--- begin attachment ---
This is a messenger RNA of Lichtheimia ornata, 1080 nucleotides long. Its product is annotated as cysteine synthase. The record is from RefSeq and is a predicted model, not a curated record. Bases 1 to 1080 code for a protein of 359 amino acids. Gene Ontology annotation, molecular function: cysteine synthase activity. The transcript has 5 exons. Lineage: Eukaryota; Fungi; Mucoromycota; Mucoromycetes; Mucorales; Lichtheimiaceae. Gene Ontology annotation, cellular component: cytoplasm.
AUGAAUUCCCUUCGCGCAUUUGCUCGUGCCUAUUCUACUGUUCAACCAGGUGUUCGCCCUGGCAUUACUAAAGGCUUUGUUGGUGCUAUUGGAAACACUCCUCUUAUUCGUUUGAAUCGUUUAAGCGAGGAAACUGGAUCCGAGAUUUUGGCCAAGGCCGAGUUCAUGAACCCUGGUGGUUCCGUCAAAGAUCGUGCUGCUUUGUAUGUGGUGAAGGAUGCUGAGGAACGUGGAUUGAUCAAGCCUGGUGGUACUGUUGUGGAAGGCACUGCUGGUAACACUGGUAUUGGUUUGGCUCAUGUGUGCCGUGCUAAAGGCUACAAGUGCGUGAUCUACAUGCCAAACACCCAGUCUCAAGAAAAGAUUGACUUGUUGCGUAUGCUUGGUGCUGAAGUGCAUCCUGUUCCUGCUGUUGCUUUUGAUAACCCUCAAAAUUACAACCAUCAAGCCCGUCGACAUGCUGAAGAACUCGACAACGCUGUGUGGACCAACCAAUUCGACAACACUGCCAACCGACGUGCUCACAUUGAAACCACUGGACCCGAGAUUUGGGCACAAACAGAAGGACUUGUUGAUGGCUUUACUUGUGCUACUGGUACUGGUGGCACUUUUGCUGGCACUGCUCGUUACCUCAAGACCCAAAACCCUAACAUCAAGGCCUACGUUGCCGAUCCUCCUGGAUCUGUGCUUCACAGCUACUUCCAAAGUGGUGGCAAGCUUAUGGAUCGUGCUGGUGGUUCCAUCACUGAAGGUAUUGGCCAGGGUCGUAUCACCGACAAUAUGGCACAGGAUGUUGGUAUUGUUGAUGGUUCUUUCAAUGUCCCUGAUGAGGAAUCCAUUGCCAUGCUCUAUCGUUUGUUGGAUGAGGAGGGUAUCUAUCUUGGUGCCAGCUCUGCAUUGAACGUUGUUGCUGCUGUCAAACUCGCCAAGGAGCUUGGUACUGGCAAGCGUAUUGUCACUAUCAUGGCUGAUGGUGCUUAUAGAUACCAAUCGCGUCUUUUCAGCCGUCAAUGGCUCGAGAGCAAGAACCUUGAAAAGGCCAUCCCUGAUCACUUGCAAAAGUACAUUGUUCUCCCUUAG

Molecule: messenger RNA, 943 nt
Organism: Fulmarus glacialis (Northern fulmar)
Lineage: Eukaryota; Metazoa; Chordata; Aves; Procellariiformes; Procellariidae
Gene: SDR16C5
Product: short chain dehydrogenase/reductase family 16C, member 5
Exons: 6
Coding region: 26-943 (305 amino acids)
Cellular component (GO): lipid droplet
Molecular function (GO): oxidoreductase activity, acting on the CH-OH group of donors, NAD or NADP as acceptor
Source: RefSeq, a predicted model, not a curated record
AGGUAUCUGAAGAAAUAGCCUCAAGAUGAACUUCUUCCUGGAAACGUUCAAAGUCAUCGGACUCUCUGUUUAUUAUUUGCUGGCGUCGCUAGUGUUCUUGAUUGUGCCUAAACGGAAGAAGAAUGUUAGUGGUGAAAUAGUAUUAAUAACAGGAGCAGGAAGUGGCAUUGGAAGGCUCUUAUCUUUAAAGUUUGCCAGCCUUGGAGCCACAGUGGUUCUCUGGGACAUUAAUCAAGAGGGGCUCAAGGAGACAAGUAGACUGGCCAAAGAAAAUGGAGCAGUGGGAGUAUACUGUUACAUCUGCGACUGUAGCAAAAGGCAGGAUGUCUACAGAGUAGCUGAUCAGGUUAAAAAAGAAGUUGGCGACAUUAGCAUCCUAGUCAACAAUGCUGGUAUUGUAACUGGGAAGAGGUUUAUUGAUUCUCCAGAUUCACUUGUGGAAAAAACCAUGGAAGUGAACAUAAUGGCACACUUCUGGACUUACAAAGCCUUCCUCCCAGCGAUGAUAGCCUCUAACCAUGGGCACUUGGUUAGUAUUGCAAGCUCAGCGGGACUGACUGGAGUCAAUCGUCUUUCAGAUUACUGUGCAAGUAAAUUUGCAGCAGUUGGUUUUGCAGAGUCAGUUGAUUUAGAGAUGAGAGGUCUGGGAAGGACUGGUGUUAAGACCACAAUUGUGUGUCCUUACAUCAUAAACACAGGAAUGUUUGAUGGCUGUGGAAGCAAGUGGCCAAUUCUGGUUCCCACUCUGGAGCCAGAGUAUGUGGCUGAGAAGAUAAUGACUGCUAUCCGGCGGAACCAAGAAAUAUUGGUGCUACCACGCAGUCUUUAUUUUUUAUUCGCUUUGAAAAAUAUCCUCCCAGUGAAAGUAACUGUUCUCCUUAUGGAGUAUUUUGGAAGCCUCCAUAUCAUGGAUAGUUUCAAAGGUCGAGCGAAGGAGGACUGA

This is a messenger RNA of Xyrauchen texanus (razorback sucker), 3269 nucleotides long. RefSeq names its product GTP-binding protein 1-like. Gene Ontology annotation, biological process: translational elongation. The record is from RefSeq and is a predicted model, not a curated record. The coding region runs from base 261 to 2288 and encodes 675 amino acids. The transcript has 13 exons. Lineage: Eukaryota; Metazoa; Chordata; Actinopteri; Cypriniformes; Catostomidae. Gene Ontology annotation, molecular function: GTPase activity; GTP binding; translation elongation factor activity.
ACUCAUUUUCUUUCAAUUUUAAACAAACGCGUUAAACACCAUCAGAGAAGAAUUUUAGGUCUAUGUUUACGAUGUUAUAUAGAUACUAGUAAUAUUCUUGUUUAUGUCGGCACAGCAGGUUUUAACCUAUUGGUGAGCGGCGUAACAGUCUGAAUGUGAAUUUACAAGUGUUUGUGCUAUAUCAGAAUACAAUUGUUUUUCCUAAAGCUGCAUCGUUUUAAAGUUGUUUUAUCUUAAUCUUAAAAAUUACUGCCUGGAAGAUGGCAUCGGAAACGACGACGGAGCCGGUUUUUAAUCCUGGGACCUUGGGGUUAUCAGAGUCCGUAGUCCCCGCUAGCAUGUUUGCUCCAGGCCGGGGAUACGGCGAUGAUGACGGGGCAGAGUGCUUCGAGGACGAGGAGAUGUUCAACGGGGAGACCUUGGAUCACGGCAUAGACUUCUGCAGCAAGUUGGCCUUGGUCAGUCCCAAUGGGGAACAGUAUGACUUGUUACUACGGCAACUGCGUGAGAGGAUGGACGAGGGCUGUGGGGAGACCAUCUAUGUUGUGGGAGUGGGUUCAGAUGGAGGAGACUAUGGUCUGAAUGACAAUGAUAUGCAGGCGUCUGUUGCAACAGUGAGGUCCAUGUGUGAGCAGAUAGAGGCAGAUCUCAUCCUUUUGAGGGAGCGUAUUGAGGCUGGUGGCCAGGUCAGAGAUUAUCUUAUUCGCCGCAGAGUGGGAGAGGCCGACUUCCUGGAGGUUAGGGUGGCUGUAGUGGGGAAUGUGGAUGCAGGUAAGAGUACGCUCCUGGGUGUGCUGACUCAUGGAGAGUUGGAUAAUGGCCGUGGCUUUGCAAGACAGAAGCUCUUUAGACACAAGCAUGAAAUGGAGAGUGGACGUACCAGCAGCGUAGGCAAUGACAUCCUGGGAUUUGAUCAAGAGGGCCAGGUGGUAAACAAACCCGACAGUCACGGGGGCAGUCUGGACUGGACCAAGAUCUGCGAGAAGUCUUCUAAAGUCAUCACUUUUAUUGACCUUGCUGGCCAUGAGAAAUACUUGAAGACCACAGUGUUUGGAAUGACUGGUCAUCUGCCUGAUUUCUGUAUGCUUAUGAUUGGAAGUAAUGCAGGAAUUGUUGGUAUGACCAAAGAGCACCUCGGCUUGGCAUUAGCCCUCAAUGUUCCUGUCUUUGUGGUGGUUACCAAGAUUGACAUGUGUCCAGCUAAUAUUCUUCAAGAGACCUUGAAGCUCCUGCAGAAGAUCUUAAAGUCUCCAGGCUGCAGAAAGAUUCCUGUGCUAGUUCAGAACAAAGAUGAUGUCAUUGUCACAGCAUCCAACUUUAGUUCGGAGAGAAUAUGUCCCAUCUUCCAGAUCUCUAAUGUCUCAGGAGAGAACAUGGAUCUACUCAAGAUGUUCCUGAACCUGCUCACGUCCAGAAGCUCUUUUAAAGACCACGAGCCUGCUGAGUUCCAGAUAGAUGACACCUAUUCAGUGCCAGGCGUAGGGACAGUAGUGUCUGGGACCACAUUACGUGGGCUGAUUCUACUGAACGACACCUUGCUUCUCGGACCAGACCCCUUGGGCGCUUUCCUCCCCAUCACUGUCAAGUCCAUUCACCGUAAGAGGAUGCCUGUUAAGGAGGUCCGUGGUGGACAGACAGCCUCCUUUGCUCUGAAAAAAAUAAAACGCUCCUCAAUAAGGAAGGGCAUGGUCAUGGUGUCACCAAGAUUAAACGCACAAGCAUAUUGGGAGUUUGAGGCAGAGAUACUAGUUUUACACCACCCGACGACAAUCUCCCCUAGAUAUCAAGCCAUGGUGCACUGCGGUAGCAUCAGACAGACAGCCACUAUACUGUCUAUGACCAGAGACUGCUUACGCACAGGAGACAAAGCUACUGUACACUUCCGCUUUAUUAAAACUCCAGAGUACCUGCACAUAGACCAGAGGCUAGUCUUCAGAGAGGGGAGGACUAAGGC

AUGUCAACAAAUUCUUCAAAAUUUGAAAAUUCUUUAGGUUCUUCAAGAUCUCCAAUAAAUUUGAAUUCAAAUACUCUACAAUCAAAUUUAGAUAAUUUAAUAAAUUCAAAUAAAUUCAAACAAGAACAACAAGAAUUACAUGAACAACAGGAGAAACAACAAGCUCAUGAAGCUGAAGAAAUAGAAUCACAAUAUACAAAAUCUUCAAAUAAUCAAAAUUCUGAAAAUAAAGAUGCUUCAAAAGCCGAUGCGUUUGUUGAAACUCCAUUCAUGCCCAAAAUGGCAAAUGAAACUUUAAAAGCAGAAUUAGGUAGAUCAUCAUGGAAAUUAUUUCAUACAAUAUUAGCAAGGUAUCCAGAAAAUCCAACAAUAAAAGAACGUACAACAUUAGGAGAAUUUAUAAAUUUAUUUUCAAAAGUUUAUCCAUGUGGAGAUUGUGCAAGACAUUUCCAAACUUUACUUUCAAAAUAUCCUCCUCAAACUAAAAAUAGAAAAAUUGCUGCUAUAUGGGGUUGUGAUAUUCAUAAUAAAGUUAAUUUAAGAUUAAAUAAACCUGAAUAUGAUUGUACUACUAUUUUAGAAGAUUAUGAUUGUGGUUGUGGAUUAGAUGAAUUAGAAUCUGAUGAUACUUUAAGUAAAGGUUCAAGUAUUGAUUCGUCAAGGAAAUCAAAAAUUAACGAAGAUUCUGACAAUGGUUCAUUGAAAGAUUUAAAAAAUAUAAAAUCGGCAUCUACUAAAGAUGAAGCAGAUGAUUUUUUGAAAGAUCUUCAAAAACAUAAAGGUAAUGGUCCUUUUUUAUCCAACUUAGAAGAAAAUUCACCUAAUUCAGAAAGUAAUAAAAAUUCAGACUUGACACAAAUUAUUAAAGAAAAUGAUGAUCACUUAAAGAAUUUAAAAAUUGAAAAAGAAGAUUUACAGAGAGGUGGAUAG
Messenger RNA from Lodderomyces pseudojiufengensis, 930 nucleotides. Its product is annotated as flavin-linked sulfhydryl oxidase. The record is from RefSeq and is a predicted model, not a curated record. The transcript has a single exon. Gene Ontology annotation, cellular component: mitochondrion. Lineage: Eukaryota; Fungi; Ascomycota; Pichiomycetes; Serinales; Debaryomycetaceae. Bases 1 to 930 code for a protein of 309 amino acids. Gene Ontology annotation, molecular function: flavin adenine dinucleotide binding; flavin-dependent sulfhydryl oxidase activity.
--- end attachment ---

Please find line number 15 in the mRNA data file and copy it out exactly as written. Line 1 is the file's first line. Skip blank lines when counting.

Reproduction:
ACUCAUUUUCUUUCAAUUUUAAACAAACGCGUUAAACACCAUCAGAGAAGAAUUUUAGGUCUAUGUUUACGAUGUUAUAUAGAUACUAGUAAUAUUCUUGUUUAUGUCGGCACAGCAGGUUUUAACCUAUUGGUGAGCGGCGUAACAGUCUGAAUGUGAAUUUACAAGUGUUUGUGCUAUAUCAGAAUACAAUUGUUUUUCCUAAAGCUGCAUCGUUUUAAAGUUGUUUUAUCUUAAUCUUAAAAAUUACUGCCUGGAAGAUGGCAUCGGAAACGACGACGGAGCCGGUUUUUAAUCCUGGGACCUUGGGGUUAUCAGAGUCCGUAGUCCCCGCUAGCAUGUUUGCUCCAGGCCGGGGAUACGGCGAUGAUGACGGGGCAGAGUGCUUCGAGGACGAGGAGAUGUUCAACGGGGAGACCUUGGAUCACGGCAUAGACUUCUGCAGCAAGUUGGCCUUGGUCAGUCCCAAUGGGGAACAGUAUGACUUGUUACUACGGCAACUGCGUGAGAGGAUGGACGAGGGCUGUGGGGAGACCAUCUAUGUUGUGGGAGUGGGUUCAGAUGGAGGAGACUAUGGUCUGAAUGACAAUGAUAUGCAGGCGUCUGUUGCAACAGUGAGGUCCAUGUGUGAGCAGAUAGAGGCAGAUCUCAUCCUUUUGAGGGAGCGUAUUGAGGCUGGUGGCCAGGUCAGAGAUUAUCUUAUUCGCCGCAGAGUGGGAGAGGCCGACUUCCUGGAGGUUAGGGUGGCUGUAGUGGGGAAUGUGGAUGCAGGUAAGAGUACGCUCCUGGGUGUGCUGACUCAUGGAGAGUUGGAUAAUGGCCGUGGCUUUGCAAGACAGAAGCUCUUUAGACACAAGCAUGAAAUGGAGAGUGGACGUACCAGCAGCGUAGGCAAUGACAUCCUGGGAUUUGAUCAAGAGGGCCAGGUGGUAAACAAACCCGACAGUCACGGGGGCAGUCUGGACUGGACCAAGAUCUGCGAGAAGUCUUCUAAAGUCAUCACUUUUAUUGACCUUGCUGGCCAUGAGAAAUACUUGAAGACCACAGUGUUUGGAAUGACUGGUCAUCUGCCUGAUUUCUGUAUGCUUAUGAUUGGAAGUAAUGCAGGAAUUGUUGGUAUGACCAAAGAGCACCUCGGCUUGGCAUUAGCCCUCAAUGUUCCUGUCUUUGUGGUGGUUACCAAGAUUGACAUGUGUCCAGCUAAUAUUCUUCAAGAGACCUUGAAGCUCCUGCAGAAGAUCUUAAAGUCUCCAGGCUGCAGAAAGAUUCCUGUGCUAGUUCAGAACAAAGAUGAUGUCAUUGUCACAGCAUCCAACUUUAGUUCGGAGAGAAUAUGUCCCAUCUUCCAGAUCUCUAAUGUCUCAGGAGAGAACAUGGAUCUACUCAAGAUGUUCCUGAACCUGCUCACGUCCAGAAGCUCUUUUAAAGACCACGAGCCUGCUGAGUUCCAGAUAGAUGACACCUAUUCAGUGCCAGGCGUAGGGACAGUAGUGUCUGGGACCACAUUACGUGGGCUGAUUCUACUGAACGACACCUUGCUUCUCGGACCAGACCCCUUGGGCGCUUUCCUCCCCAUCACUGUCAAGUCCAUUCACCGUAAGAGGAUGCCUGUUAAGGAGGUCCGUGGUGGACAGACAGCCUCCUUUGCUCUGAAAAAAAUAAAACGCUCCUCAAUAAGGAAGGGCAUGGUCAUGGUGUCACCAAGAUUAAACGCACAAGCAUAUUGGGAGUUUGAGGCAGAGAUACUAGUUUUACACCACCCGACGACAAUCUCCCCUAGAUAUCAAGCCAUGGUGCACUGCGGUAGCAUCAGACAGACAGCCACUAUACUGUCUAUGACCAGAGACUGCUUACGCACAGGAGACAAAGCUACUGUACACUUCCGCUUUAUUAAAACUCCAGAGUACCUGCACAUAGACCAGAGGCUAGUCUUCAGAGAGGGGAGGACUAAGGC